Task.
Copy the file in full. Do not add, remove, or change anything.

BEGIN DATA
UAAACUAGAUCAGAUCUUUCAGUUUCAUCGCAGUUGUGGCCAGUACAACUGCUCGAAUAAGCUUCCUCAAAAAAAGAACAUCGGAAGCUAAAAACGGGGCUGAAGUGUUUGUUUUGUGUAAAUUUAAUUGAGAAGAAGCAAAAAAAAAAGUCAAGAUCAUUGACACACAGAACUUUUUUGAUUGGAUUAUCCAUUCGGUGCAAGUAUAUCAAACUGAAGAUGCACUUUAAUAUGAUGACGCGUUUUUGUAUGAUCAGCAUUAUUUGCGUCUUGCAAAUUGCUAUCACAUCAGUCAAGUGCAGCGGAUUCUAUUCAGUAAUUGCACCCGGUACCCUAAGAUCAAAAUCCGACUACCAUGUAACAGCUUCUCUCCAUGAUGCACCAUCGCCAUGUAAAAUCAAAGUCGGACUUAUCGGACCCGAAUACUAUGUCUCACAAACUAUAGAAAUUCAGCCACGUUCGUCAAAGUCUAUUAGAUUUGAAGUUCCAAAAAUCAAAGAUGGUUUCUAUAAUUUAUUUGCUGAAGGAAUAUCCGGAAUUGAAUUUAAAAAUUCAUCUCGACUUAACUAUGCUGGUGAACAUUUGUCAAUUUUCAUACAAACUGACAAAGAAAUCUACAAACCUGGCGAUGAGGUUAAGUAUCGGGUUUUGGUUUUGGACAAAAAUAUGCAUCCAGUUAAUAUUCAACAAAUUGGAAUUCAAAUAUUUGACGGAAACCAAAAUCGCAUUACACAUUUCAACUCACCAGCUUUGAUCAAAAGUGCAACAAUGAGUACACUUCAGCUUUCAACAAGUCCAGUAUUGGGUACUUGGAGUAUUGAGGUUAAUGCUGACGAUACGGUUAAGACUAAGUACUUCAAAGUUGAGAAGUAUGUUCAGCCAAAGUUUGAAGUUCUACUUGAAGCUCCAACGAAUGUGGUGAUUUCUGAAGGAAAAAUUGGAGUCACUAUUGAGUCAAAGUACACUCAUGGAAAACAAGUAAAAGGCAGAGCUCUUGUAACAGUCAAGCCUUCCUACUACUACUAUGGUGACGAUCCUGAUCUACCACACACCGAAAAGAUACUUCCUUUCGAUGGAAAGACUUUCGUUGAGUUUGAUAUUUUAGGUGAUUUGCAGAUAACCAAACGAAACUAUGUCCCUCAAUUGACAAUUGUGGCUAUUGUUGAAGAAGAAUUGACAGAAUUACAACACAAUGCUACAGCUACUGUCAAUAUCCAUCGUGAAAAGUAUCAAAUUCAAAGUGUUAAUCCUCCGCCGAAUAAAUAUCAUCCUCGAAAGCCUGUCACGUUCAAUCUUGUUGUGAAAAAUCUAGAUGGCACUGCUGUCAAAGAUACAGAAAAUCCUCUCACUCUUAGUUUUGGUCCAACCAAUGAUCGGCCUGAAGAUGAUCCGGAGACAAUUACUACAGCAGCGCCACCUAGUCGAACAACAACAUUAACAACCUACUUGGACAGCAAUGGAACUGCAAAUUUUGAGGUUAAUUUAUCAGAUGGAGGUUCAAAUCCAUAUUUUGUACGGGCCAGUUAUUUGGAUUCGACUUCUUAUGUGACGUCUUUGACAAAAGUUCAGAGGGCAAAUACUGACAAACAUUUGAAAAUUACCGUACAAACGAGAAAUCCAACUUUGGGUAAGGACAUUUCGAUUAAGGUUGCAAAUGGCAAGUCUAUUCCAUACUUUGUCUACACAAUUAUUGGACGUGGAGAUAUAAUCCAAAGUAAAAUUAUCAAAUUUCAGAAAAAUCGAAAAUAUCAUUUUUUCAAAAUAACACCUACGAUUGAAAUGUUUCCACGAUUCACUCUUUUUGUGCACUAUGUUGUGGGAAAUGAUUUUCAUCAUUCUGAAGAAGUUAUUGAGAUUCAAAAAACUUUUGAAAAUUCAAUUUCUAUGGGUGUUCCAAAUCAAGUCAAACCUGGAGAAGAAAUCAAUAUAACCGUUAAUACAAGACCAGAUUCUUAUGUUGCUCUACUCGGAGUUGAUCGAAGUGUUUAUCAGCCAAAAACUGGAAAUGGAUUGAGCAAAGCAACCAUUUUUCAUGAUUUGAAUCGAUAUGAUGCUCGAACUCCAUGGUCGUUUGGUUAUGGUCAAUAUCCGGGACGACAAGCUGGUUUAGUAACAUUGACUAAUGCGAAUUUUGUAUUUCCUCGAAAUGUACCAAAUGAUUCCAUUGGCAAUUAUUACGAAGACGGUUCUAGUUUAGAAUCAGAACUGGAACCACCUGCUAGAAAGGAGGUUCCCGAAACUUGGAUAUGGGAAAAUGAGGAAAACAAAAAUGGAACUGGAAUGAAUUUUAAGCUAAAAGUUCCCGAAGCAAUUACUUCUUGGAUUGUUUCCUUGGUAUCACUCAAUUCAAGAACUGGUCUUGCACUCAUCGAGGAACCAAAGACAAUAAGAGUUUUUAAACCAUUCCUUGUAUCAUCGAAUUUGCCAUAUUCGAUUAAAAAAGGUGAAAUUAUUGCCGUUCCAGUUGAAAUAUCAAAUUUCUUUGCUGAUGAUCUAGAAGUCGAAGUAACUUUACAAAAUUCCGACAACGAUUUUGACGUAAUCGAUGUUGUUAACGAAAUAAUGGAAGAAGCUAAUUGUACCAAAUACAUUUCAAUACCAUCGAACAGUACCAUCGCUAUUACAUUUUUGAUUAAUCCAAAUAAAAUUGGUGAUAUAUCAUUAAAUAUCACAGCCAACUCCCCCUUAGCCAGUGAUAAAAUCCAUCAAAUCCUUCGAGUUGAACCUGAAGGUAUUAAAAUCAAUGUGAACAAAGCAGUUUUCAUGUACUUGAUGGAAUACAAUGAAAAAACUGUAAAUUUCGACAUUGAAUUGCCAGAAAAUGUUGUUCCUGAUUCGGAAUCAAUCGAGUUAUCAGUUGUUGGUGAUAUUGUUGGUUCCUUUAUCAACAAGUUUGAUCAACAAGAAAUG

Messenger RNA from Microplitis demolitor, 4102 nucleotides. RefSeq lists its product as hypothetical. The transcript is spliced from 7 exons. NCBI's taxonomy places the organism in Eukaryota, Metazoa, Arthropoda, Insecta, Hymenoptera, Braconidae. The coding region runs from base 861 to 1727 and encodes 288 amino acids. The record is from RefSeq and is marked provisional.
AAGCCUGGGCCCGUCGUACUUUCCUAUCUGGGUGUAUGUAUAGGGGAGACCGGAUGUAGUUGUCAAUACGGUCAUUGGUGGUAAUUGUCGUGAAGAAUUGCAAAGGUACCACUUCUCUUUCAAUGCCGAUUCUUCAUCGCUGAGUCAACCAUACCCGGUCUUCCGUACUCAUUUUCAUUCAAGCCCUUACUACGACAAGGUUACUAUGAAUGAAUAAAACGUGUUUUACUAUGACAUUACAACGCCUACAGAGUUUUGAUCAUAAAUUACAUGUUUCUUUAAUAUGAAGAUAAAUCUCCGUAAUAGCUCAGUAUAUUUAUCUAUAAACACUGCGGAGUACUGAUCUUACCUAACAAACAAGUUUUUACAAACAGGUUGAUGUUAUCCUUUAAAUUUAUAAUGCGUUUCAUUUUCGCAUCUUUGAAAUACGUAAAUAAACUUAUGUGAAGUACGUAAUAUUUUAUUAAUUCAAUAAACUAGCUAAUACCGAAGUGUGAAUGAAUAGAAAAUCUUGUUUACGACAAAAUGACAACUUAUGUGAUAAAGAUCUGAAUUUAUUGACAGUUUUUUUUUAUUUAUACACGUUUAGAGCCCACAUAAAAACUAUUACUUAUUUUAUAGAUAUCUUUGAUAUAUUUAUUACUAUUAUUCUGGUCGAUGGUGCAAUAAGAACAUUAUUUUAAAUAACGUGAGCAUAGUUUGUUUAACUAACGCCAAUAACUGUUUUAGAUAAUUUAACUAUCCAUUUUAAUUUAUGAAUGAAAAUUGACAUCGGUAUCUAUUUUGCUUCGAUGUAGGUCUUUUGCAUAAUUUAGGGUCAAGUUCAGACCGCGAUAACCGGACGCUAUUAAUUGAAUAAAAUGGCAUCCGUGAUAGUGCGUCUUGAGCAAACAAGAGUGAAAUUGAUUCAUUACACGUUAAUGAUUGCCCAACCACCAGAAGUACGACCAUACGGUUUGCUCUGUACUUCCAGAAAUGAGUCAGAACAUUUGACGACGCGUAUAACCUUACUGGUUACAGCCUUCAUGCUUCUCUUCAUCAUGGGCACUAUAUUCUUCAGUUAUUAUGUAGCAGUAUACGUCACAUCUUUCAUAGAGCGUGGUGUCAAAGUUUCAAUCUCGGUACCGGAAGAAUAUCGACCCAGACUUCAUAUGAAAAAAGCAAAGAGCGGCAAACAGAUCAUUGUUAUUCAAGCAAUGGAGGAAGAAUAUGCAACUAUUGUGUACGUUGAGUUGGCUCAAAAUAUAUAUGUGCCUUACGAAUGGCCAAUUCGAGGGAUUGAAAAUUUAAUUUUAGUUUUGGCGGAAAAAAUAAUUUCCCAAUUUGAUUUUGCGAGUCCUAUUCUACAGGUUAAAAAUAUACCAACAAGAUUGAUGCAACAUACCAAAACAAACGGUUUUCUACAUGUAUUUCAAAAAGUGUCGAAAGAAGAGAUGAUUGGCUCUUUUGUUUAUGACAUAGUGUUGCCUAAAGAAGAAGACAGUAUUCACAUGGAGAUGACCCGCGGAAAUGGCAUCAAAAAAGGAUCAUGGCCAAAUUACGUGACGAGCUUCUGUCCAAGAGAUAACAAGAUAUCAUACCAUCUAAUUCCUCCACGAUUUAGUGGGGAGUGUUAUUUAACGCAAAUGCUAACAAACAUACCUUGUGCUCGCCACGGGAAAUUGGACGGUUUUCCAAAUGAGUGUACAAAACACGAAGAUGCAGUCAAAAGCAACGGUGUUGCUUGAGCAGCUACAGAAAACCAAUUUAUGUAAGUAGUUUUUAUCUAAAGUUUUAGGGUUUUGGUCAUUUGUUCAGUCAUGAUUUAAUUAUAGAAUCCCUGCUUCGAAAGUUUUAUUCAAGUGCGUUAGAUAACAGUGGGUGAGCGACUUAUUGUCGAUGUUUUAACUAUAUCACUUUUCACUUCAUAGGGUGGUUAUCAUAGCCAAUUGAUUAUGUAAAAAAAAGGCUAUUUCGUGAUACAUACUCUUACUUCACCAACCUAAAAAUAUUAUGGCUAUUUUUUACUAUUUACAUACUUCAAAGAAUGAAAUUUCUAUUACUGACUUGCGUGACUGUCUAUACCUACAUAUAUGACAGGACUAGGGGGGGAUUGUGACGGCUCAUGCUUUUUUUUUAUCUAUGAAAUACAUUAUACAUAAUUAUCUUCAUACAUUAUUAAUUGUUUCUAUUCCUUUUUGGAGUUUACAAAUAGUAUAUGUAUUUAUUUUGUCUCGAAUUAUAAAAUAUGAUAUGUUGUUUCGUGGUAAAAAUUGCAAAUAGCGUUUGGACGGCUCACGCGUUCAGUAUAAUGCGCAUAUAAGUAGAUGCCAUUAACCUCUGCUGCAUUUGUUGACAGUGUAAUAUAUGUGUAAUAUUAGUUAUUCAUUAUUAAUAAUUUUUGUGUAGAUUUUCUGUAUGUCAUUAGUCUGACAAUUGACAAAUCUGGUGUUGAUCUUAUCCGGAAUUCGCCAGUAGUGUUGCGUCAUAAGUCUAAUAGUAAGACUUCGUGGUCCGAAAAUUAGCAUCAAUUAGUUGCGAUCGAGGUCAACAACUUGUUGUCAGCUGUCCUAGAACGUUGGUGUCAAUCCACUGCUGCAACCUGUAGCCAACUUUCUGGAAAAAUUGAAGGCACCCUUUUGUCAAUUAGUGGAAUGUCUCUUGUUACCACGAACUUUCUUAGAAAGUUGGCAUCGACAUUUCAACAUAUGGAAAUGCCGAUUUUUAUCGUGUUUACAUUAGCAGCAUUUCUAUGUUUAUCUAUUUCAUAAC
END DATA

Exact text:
UAAACUAGAUCAGAUCUUUCAGUUUCAUCGCAGUUGUGGCCAGUACAACUGCUCGAAUAAGCUUCCUCAAAAAAAGAACAUCGGAAGCUAAAAACGGGGCUGAAGUGUUUGUUUUGUGUAAAUUUAAUUGAGAAGAAGCAAAAAAAAAAGUCAAGAUCAUUGACACACAGAACUUUUUUGAUUGGAUUAUCCAUUCGGUGCAAGUAUAUCAAACUGAAGAUGCACUUUAAUAUGAUGACGCGUUUUUGUAUGAUCAGCAUUAUUUGCGUCUUGCAAAUUGCUAUCACAUCAGUCAAGUGCAGCGGAUUCUAUUCAGUAAUUGCACCCGGUACCCUAAGAUCAAAAUCCGACUACCAUGUAACAGCUUCUCUCCAUGAUGCACCAUCGCCAUGUAAAAUCAAAGUCGGACUUAUCGGACCCGAAUACUAUGUCUCACAAACUAUAGAAAUUCAGCCACGUUCGUCAAAGUCUAUUAGAUUUGAAGUUCCAAAAAUCAAAGAUGGUUUCUAUAAUUUAUUUGCUGAAGGAAUAUCCGGAAUUGAAUUUAAAAAUUCAUCUCGACUUAACUAUGCUGGUGAACAUUUGUCAAUUUUCAUACAAACUGACAAAGAAAUCUACAAACCUGGCGAUGAGGUUAAGUAUCGGGUUUUGGUUUUGGACAAAAAUAUGCAUCCAGUUAAUAUUCAACAAAUUGGAAUUCAAAUAUUUGACGGAAACCAAAAUCGCAUUACACAUUUCAACUCACCAGCUUUGAUCAAAAGUGCAACAAUGAGUACACUUCAGCUUUCAACAAGUCCAGUAUUGGGUACUUGGAGUAUUGAGGUUAAUGCUGACGAUACGGUUAAGACUAAGUACUUCAAAGUUGAGAAGUAUGUUCAGCCAAAGUUUGAAGUUCUACUUGAAGCUCCAACGAAUGUGGUGAUUUCUGAAGGAAAAAUUGGAGUCACUAUUGAGUCAAAGUACACUCAUGGAAAACAAGUAAAAGGCAGAGCUCUUGUAACAGUCAAGCCUUCCUACUACUACUAUGGUGACGAUCCUGAUCUACCACACACCGAAAAGAUACUUCCUUUCGAUGGAAAGACUUUCGUUGAGUUUGAUAUUUUAGGUGAUUUGCAGAUAACCAAACGAAACUAUGUCCCUCAAUUGACAAUUGUGGCUAUUGUUGAAGAAGAAUUGACAGAAUUACAACACAAUGCUACAGCUACUGUCAAUAUCCAUCGUGAAAAGUAUCAAAUUCAAAGUGUUAAUCCUCCGCCGAAUAAAUAUCAUCCUCGAAAGCCUGUCACGUUCAAUCUUGUUGUGAAAAAUCUAGAUGGCACUGCUGUCAAAGAUACAGAAAAUCCUCUCACUCUUAGUUUUGGUCCAACCAAUGAUCGGCCUGAAGAUGAUCCGGAGACAAUUACUACAGCAGCGCCACCUAGUCGAACAACAACAUUAACAACCUACUUGGACAGCAAUGGAACUGCAAAUUUUGAGGUUAAUUUAUCAGAUGGAGGUUCAAAUCCAUAUUUUGUACGGGCCAGUUAUUUGGAUUCGACUUCUUAUGUGACGUCUUUGACAAAAGUUCAGAGGGCAAAUACUGACAAACAUUUGAAAAUUACCGUACAAACGAGAAAUCCAACUUUGGGUAAGGACAUUUCGAUUAAGGUUGCAAAUGGCAAGUCUAUUCCAUACUUUGUCUACACAAUUAUUGGACGUGGAGAUAUAAUCCAAAGUAAAAUUAUCAAAUUUCAGAAAAAUCGAAAAUAUCAUUUUUUCAAAAUAACACCUACGAUUGAAAUGUUUCCACGAUUCACUCUUUUUGUGCACUAUGUUGUGGGAAAUGAUUUUCAUCAUUCUGAAGAAGUUAUUGAGAUUCAAAAAACUUUUGAAAAUUCAAUUUCUAUGGGUGUUCCAAAUCAAGUCAAACCUGGAGAAGAAAUCAAUAUAACCGUUAAUACAAGACCAGAUUCUUAUGUUGCUCUACUCGGAGUUGAUCGAAGUGUUUAUCAGCCAAAAACUGGAAAUGGAUUGAGCAAAGCAACCAUUUUUCAUGAUUUGAAUCGAUAUGAUGCUCGAACUCCAUGGUCGUUUGGUUAUGGUCAAUAUCCGGGACGACAAGCUGGUUUAGUAACAUUGACUAAUGCGAAUUUUGUAUUUCCUCGAAAUGUACCAAAUGAUUCCAUUGGCAAUUAUUACGAAGACGGUUCUAGUUUAGAAUCAGAACUGGAACCACCUGCUAGAAAGGAGGUUCCCGAAACUUGGAUAUGGGAAAAUGAGGAAAACAAAAAUGGAACUGGAAUGAAUUUUAAGCUAAAAGUUCCCGAAGCAAUUACUUCUUGGAUUGUUUCCUUGGUAUCACUCAAUUCAAGAACUGGUCUUGCACUCAUCGAGGAACCAAAGACAAUAAGAGUUUUUAAACCAUUCCUUGUAUCAUCGAAUUUGCCAUAUUCGAUUAAAAAAGGUGAAAUUAUUGCCGUUCCAGUUGAAAUAUCAAAUUUCUUUGCUGAUGAUCUAGAAGUCGAAGUAACUUUACAAAAUUCCGACAACGAUUUUGACGUAAUCGAUGUUGUUAACGAAAUAAUGGAAGAAGCUAAUUGUACCAAAUACAUUUCAAUACCAUCGAACAGUACCAUCGCUAUUACAUUUUUGAUUAAUCCAAAUAAAAUUGGUGAUAUAUCAUUAAAUAUCACAGCCAACUCCCCCUUAGCCAGUGAUAAAAUCCAUCAAAUCCUUCGAGUUGAACCUGAAGGUAUUAAAAUCAAUGUGAACAAAGCAGUUUUCAUGUACUUGAUGGAAUACAAUGAAAAAACUGUAAAUUUCGACAUUGAAUUGCCAGAAAAUGUUGUUCCUGAUUCGGAAUCAAUCGAGUUAUCAGUUGUUGGUGAUAUUGUUGGUUCCUUUAUCAACAAGUUUGAUCAACAAGAAAUG

Messenger RNA from Microplitis demolitor, 4102 nucleotides. RefSeq lists its product as hypothetical. The transcript is spliced from 7 exons. NCBI's taxonomy places the organism in Eukaryota, Metazoa, Arthropoda, Insecta, Hymenoptera, Braconidae. The coding region runs from base 861 to 1727 and encodes 288 amino acids. The record is from RefSeq and is marked provisional.
AAGCCUGGGCCCGUCGUACUUUCCUAUCUGGGUGUAUGUAUAGGGGAGACCGGAUGUAGUUGUCAAUACGGUCAUUGGUGGUAAUUGUCGUGAAGAAUUGCAAAGGUACCACUUCUCUUUCAAUGCCGAUUCUUCAUCGCUGAGUCAACCAUACCCGGUCUUCCGUACUCAUUUUCAUUCAAGCCCUUACUACGACAAGGUUACUAUGAAUGAAUAAAACGUGUUUUACUAUGACAUUACAACGCCUACAGAGUUUUGAUCAUAAAUUACAUGUUUCUUUAAUAUGAAGAUAAAUCUCCGUAAUAGCUCAGUAUAUUUAUCUAUAAACACUGCGGAGUACUGAUCUUACCUAACAAACAAGUUUUUACAAACAGGUUGAUGUUAUCCUUUAAAUUUAUAAUGCGUUUCAUUUUCGCAUCUUUGAAAUACGUAAAUAAACUUAUGUGAAGUACGUAAUAUUUUAUUAAUUCAAUAAACUAGCUAAUACCGAAGUGUGAAUGAAUAGAAAAUCUUGUUUACGACAAAAUGACAACUUAUGUGAUAAAGAUCUGAAUUUAUUGACAGUUUUUUUUUAUUUAUACACGUUUAGAGCCCACAUAAAAACUAUUACUUAUUUUAUAGAUAUCUUUGAUAUAUUUAUUACUAUUAUUCUGGUCGAUGGUGCAAUAAGAACAUUAUUUUAAAUAACGUGAGCAUAGUUUGUUUAACUAACGCCAAUAACUGUUUUAGAUAAUUUAACUAUCCAUUUUAAUUUAUGAAUGAAAAUUGACAUCGGUAUCUAUUUUGCUUCGAUGUAGGUCUUUUGCAUAAUUUAGGGUCAAGUUCAGACCGCGAUAACCGGACGCUAUUAAUUGAAUAAAAUGGCAUCCGUGAUAGUGCGUCUUGAGCAAACAAGAGUGAAAUUGAUUCAUUACACGUUAAUGAUUGCCCAACCACCAGAAGUACGACCAUACGGUUUGCUCUGUACUUCCAGAAAUGAGUCAGAACAUUUGACGACGCGUAUAACCUUACUGGUUACAGCCUUCAUGCUUCUCUUCAUCAUGGGCACUAUAUUCUUCAGUUAUUAUGUAGCAGUAUACGUCACAUCUUUCAUAGAGCGUGGUGUCAAAGUUUCAAUCUCGGUACCGGAAGAAUAUCGACCCAGACUUCAUAUGAAAAAAGCAAAGAGCGGCAAACAGAUCAUUGUUAUUCAAGCAAUGGAGGAAGAAUAUGCAACUAUUGUGUACGUUGAGUUGGCUCAAAAUAUAUAUGUGCCUUACGAAUGGCCAAUUCGAGGGAUUGAAAAUUUAAUUUUAGUUUUGGCGGAAAAAAUAAUUUCCCAAUUUGAUUUUGCGAGUCCUAUUCUACAGGUUAAAAAUAUACCAACAAGAUUGAUGCAACAUACCAAAACAAACGGUUUUCUACAUGUAUUUCAAAAAGUGUCGAAAGAAGAGAUGAUUGGCUCUUUUGUUUAUGACAUAGUGUUGCCUAAAGAAGAAGACAGUAUUCACAUGGAGAUGACCCGCGGAAAUGGCAUCAAAAAAGGAUCAUGGCCAAAUUACGUGACGAGCUUCUGUCCAAGAGAUAACAAGAUAUCAUACCAUCUAAUUCCUCCACGAUUUAGUGGGGAGUGUUAUUUAACGCAAAUGCUAACAAACAUACCUUGUGCUCGCCACGGGAAAUUGGACGGUUUUCCAAAUGAGUGUACAAAACACGAAGAUGCAGUCAAAAGCAACGGUGUUGCUUGAGCAGCUACAGAAAACCAAUUUAUGUAAGUAGUUUUUAUCUAAAGUUUUAGGGUUUUGGUCAUUUGUUCAGUCAUGAUUUAAUUAUAGAAUCCCUGCUUCGAAAGUUUUAUUCAAGUGCGUUAGAUAACAGUGGGUGAGCGACUUAUUGUCGAUGUUUUAACUAUAUCACUUUUCACUUCAUAGGGUGGUUAUCAUAGCCAAUUGAUUAUGUAAAAAAAAGGCUAUUUCGUGAUACAUACUCUUACUUCACCAACCUAAAAAUAUUAUGGCUAUUUUUUACUAUUUACAUACUUCAAAGAAUGAAAUUUCUAUUACUGACUUGCGUGACUGUCUAUACCUACAUAUAUGACAGGACUAGGGGGGGAUUGUGACGGCUCAUGCUUUUUUUUUAUCUAUGAAAUACAUUAUACAUAAUUAUCUUCAUACAUUAUUAAUUGUUUCUAUUCCUUUUUGGAGUUUACAAAUAGUAUAUGUAUUUAUUUUGUCUCGAAUUAUAAAAUAUGAUAUGUUGUUUCGUGGUAAAAAUUGCAAAUAGCGUUUGGACGGCUCACGCGUUCAGUAUAAUGCGCAUAUAAGUAGAUGCCAUUAACCUCUGCUGCAUUUGUUGACAGUGUAAUAUAUGUGUAAUAUUAGUUAUUCAUUAUUAAUAAUUUUUGUGUAGAUUUUCUGUAUGUCAUUAGUCUGACAAUUGACAAAUCUGGUGUUGAUCUUAUCCGGAAUUCGCCAGUAGUGUUGCGUCAUAAGUCUAAUAGUAAGACUUCGUGGUCCGAAAAUUAGCAUCAAUUAGUUGCGAUCGAGGUCAACAACUUGUUGUCAGCUGUCCUAGAACGUUGGUGUCAAUCCACUGCUGCAACCUGUAGCCAACUUUCUGGAAAAAUUGAAGGCACCCUUUUGUCAAUUAGUGGAAUGUCUCUUGUUACCACGAACUUUCUUAGAAAGUUGGCAUCGACAUUUCAACAUAUGGAAAUGCCGAUUUUUAUCGUGUUUACAUUAGCAGCAUUUCUAUGUUUAUCUAUUUCAUAAC